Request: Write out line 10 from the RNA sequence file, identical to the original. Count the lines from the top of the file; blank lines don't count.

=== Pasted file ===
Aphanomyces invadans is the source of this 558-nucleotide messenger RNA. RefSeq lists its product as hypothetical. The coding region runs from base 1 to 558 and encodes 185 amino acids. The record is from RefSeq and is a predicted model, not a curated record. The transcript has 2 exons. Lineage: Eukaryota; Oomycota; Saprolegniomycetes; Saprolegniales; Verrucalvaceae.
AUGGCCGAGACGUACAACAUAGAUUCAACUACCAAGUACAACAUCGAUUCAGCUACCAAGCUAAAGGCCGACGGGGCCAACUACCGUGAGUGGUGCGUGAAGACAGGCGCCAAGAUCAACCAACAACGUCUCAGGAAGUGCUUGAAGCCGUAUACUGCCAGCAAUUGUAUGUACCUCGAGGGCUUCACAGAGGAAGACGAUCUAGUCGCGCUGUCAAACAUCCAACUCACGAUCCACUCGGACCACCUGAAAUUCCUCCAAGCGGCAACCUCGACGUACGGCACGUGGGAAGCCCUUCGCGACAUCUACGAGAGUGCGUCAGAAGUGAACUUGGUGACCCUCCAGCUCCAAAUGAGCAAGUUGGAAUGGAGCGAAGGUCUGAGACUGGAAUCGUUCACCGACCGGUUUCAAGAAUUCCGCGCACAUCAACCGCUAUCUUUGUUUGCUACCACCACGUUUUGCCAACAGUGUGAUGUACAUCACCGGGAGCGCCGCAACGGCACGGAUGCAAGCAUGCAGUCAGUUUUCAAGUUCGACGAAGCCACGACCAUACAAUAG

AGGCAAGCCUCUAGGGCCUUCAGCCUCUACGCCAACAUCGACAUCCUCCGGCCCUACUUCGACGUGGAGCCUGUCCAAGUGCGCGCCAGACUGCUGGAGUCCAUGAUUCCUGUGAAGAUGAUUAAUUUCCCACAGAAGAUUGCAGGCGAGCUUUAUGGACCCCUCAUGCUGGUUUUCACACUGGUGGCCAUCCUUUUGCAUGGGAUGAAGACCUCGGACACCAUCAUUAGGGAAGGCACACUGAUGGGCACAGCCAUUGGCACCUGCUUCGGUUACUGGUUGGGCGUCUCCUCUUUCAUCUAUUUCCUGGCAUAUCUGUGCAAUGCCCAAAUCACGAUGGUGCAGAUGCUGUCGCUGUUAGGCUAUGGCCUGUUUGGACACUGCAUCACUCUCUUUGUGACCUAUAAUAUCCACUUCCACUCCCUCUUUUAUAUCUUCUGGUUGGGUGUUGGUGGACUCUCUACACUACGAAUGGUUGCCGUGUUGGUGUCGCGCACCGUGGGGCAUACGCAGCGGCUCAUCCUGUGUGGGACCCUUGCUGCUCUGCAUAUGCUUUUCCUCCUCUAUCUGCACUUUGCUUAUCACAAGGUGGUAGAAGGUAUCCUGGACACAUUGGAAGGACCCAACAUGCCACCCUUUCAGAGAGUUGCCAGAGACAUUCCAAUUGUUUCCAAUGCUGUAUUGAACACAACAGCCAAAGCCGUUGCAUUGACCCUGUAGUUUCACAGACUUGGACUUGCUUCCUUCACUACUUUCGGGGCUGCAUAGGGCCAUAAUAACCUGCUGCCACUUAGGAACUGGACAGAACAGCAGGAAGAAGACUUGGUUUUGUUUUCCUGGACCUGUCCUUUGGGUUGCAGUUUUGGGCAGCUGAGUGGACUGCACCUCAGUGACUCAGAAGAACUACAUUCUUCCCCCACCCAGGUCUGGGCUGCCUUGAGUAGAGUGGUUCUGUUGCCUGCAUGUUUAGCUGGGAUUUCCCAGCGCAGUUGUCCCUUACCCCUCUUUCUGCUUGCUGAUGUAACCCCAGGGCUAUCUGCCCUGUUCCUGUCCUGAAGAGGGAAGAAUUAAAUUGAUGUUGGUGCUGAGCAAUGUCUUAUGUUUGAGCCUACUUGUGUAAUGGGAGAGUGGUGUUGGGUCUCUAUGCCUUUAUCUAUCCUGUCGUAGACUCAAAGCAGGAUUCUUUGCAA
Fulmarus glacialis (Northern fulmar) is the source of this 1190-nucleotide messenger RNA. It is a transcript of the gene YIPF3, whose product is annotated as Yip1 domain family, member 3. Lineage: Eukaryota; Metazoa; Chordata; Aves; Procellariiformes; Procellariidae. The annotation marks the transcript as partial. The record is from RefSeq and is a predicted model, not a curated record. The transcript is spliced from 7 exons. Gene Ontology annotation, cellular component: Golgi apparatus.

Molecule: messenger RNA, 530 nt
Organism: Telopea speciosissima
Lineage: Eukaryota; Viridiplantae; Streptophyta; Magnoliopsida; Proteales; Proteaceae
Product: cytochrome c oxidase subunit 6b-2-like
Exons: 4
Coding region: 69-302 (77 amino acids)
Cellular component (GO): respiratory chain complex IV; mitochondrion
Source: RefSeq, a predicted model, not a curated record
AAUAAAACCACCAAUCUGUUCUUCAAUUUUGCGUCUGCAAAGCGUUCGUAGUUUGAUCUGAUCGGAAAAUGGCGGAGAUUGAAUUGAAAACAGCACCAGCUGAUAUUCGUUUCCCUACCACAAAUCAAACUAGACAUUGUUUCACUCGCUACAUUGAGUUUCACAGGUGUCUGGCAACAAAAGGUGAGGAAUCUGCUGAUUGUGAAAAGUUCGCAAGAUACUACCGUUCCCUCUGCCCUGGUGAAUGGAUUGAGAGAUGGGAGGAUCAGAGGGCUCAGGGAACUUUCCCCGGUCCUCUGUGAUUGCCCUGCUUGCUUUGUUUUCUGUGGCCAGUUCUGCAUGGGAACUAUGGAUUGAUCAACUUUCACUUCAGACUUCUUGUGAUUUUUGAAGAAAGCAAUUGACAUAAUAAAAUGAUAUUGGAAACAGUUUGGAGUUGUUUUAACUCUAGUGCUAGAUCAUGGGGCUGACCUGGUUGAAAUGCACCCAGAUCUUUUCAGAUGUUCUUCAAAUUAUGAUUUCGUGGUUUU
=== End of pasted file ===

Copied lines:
Coding region: 69-302 (77 amino acids)